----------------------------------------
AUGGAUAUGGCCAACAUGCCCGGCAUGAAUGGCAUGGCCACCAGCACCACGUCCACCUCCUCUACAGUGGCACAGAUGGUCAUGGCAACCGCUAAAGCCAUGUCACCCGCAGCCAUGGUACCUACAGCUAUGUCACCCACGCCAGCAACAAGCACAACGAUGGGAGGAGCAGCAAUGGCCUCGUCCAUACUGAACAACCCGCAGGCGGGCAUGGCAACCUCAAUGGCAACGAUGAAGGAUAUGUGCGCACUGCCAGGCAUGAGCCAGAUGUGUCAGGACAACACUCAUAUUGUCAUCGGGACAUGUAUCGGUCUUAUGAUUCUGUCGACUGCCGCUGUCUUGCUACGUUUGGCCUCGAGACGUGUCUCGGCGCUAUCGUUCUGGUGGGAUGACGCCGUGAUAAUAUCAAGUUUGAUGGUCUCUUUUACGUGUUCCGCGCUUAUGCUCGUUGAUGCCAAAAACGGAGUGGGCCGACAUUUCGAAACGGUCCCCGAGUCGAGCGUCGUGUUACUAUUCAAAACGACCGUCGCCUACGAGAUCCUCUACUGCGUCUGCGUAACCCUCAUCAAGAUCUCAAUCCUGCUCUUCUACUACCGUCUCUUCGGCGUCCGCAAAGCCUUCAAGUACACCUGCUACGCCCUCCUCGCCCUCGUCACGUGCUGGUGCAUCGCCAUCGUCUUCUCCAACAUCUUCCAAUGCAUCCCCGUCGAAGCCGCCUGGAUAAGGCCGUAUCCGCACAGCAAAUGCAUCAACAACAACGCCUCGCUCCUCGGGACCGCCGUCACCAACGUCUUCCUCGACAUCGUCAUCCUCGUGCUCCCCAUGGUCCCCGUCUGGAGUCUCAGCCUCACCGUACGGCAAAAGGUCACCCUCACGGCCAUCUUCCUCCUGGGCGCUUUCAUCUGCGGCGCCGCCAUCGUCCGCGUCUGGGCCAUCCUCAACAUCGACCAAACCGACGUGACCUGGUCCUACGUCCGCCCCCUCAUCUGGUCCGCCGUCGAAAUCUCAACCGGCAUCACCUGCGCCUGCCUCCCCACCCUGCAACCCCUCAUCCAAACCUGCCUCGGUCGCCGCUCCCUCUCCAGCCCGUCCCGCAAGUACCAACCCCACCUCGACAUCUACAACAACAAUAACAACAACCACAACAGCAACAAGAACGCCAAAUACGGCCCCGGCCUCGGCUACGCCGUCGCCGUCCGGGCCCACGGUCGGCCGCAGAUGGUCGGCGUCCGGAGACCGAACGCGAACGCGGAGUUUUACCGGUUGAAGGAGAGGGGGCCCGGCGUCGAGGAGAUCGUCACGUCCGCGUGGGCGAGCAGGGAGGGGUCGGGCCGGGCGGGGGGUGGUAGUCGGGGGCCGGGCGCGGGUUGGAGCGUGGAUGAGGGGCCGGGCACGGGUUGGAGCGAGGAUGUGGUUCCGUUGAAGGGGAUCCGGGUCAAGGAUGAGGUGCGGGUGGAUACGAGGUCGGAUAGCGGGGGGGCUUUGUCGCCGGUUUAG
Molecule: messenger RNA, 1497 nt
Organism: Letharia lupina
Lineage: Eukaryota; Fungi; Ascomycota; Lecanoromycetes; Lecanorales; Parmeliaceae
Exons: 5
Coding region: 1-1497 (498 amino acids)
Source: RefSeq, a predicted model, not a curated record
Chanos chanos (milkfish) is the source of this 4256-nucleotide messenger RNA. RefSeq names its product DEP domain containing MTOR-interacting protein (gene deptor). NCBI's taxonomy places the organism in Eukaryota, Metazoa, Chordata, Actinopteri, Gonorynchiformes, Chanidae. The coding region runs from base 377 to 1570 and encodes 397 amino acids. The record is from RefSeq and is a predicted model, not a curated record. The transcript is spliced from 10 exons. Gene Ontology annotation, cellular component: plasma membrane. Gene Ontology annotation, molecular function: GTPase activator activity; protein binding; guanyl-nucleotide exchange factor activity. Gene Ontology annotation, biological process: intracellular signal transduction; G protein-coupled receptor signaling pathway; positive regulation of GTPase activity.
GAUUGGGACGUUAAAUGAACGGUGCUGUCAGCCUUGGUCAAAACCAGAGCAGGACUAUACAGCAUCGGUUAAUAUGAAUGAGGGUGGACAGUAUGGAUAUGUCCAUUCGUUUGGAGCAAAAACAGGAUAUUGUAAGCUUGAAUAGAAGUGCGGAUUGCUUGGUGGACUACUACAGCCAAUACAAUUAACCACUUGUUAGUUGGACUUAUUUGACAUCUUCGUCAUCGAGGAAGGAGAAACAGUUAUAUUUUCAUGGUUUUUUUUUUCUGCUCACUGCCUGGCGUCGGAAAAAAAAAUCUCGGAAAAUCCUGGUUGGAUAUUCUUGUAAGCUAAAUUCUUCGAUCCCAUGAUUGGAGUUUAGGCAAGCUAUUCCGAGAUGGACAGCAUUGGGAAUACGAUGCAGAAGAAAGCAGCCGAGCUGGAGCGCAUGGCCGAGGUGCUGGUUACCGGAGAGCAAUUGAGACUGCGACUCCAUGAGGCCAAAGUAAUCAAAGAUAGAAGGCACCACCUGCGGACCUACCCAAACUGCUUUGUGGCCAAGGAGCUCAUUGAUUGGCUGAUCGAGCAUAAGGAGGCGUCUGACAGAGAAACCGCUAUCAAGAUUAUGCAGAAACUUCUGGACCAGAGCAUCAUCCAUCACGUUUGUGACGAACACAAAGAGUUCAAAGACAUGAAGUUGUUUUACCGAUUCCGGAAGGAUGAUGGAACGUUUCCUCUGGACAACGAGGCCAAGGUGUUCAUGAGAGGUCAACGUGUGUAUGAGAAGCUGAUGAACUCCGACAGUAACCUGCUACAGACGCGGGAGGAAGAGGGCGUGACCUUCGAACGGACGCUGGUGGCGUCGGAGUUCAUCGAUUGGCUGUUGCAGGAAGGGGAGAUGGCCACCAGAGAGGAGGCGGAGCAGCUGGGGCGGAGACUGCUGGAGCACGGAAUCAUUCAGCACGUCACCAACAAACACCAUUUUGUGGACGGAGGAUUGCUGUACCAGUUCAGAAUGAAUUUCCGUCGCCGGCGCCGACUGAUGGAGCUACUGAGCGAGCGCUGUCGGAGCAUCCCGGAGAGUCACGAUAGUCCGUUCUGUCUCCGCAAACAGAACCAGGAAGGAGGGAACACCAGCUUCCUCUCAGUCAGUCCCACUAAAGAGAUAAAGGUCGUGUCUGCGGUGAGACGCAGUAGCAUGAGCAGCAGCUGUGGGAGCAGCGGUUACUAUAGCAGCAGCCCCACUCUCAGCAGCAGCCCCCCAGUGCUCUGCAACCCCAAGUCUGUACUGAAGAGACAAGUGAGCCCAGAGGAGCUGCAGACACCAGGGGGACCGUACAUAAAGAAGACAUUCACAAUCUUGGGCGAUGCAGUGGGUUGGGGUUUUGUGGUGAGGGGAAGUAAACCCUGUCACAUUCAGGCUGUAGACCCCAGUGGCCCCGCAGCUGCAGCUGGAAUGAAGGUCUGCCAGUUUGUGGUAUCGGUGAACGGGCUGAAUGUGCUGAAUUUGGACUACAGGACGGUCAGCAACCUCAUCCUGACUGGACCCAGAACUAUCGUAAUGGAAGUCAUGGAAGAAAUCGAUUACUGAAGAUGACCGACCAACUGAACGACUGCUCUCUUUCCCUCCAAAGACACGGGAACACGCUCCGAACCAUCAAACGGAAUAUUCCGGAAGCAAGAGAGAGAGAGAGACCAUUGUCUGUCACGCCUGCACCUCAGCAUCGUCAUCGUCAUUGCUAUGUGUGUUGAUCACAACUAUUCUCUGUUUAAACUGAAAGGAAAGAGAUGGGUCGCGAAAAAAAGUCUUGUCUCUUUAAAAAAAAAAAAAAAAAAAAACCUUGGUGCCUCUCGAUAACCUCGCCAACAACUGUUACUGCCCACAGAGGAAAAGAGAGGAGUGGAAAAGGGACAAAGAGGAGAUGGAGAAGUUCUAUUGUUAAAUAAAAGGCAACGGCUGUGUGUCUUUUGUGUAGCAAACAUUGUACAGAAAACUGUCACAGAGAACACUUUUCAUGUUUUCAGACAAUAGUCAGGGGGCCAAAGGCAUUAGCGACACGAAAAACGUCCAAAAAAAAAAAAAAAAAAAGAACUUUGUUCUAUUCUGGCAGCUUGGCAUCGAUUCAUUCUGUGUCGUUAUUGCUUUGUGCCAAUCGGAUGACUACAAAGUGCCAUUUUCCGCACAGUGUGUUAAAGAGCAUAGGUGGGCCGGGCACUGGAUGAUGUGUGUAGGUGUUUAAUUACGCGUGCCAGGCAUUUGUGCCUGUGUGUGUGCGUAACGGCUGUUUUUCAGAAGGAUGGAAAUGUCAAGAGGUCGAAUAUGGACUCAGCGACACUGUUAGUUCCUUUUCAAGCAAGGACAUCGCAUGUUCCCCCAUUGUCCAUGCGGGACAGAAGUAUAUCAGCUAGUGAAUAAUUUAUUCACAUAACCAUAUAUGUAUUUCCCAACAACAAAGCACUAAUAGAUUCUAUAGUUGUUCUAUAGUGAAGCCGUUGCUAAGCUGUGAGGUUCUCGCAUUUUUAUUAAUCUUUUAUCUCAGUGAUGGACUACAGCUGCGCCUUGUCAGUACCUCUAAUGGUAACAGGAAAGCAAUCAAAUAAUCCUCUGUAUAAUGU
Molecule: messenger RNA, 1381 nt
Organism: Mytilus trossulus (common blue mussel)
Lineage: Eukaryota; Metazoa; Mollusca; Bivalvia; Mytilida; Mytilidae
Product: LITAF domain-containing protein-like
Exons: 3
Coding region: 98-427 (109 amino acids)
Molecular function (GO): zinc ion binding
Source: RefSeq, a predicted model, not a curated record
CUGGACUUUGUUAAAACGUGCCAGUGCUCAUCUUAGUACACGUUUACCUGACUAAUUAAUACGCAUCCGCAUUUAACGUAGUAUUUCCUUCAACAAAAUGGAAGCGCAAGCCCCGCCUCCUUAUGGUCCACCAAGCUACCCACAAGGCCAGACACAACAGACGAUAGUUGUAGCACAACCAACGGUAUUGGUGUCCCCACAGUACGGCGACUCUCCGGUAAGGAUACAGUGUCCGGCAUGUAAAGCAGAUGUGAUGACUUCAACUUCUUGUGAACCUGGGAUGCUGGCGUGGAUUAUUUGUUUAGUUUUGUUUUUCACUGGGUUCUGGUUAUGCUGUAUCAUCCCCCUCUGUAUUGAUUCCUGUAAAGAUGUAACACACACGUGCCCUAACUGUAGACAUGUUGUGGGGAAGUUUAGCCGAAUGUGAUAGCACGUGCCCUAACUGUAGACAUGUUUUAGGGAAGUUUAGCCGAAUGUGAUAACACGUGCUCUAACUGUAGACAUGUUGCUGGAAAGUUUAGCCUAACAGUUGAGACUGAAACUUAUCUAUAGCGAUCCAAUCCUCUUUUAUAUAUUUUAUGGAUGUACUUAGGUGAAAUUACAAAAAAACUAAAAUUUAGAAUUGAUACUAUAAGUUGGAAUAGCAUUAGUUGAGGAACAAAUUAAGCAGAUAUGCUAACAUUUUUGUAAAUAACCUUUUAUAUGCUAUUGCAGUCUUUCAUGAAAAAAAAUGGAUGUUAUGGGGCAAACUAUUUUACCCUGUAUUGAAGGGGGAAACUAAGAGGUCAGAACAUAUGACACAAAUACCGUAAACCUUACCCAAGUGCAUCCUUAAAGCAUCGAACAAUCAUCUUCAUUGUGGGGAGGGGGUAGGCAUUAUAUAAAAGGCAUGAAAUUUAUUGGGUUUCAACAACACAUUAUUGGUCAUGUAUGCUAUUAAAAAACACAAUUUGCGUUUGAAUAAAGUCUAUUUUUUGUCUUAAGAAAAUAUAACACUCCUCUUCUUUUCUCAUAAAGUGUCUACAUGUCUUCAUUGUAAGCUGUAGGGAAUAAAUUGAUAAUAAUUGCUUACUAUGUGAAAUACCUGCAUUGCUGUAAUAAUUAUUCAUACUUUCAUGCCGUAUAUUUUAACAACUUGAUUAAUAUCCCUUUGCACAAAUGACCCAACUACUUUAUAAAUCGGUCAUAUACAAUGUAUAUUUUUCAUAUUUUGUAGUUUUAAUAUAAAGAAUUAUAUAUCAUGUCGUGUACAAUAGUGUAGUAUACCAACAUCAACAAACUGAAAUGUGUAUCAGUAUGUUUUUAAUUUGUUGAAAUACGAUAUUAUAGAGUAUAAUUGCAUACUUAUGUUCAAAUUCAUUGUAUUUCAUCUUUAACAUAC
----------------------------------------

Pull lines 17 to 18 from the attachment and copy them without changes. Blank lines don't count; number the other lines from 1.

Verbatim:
Source: RefSeq, a predicted model, not a curated record
CUGGACUUUGUUAAAACGUGCCAGUGCUCAUCUUAGUACACGUUUACCUGACUAAUUAAUACGCAUCCGCAUUUAACGUAGUAUUUCCUUCAACAAAAUGGAAGCGCAAGCCCCGCCUCCUUAUGGUCCACCAAGCUACCCACAAGGCCAGACACAACAGACGAUAGUUGUAGCACAACCAACGGUAUUGGUGUCCCCACAGUACGGCGACUCUCCGGUAAGGAUACAGUGUCCGGCAUGUAAAGCAGAUGUGAUGACUUCAACUUCUUGUGAACCUGGGAUGCUGGCGUGGAUUAUUUGUUUAGUUUUGUUUUUCACUGGGUUCUGGUUAUGCUGUAUCAUCCCCCUCUGUAUUGAUUCCUGUAAAGAUGUAACACACACGUGCCCUAACUGUAGACAUGUUGUGGGGAAGUUUAGCCGAAUGUGAUAGCACGUGCCCUAACUGUAGACAUGUUUUAGGGAAGUUUAGCCGAAUGUGAUAACACGUGCUCUAACUGUAGACAUGUUGCUGGAAAGUUUAGCCUAACAGUUGAGACUGAAACUUAUCUAUAGCGAUCCAAUCCUCUUUUAUAUAUUUUAUGGAUGUACUUAGGUGAAAUUACAAAAAAACUAAAAUUUAGAAUUGAUACUAUAAGUUGGAAUAGCAUUAGUUGAGGAACAAAUUAAGCAGAUAUGCUAACAUUUUUGUAAAUAACCUUUUAUAUGCUAUUGCAGUCUUUCAUGAAAAAAAAUGGAUGUUAUGGGGCAAACUAUUUUACCCUGUAUUGAAGGGGGAAACUAAGAGGUCAGAACAUAUGACACAAAUACCGUAAACCUUACCCAAGUGCAUCCUUAAAGCAUCGAACAAUCAUCUUCAUUGUGGGGAGGGGGUAGGCAUUAUAUAAAAGGCAUGAAAUUUAUUGGGUUUCAACAACACAUUAUUGGUCAUGUAUGCUAUUAAAAAACACAAUUUGCGUUUGAAUAAAGUCUAUUUUUUGUCUUAAGAAAAUAUAACACUCCUCUUCUUUUCUCAUAAAGUGUCUACAUGUCUUCAUUGUAAGCUGUAGGGAAUAAAUUGAUAAUAAUUGCUUACUAUGUGAAAUACCUGCAUUGCUGUAAUAAUUAUUCAUACUUUCAUGCCGUAUAUUUUAACAACUUGAUUAAUAUCCCUUUGCACAAAUGACCCAACUACUUUAUAAAUCGGUCAUAUACAAUGUAUAUUUUUCAUAUUUUGUAGUUUUAAUAUAAAGAAUUAUAUAUCAUGUCGUGUACAAUAGUGUAGUAUACCAACAUCAACAAACUGAAAUGUGUAUCAGUAUGUUUUUAAUUUGUUGAAAUACGAUAUUAUAGAGUAUAAUUGCAUACUUAUGUUCAAAUUCAUUGUAUUUCAUCUUUAACAUAC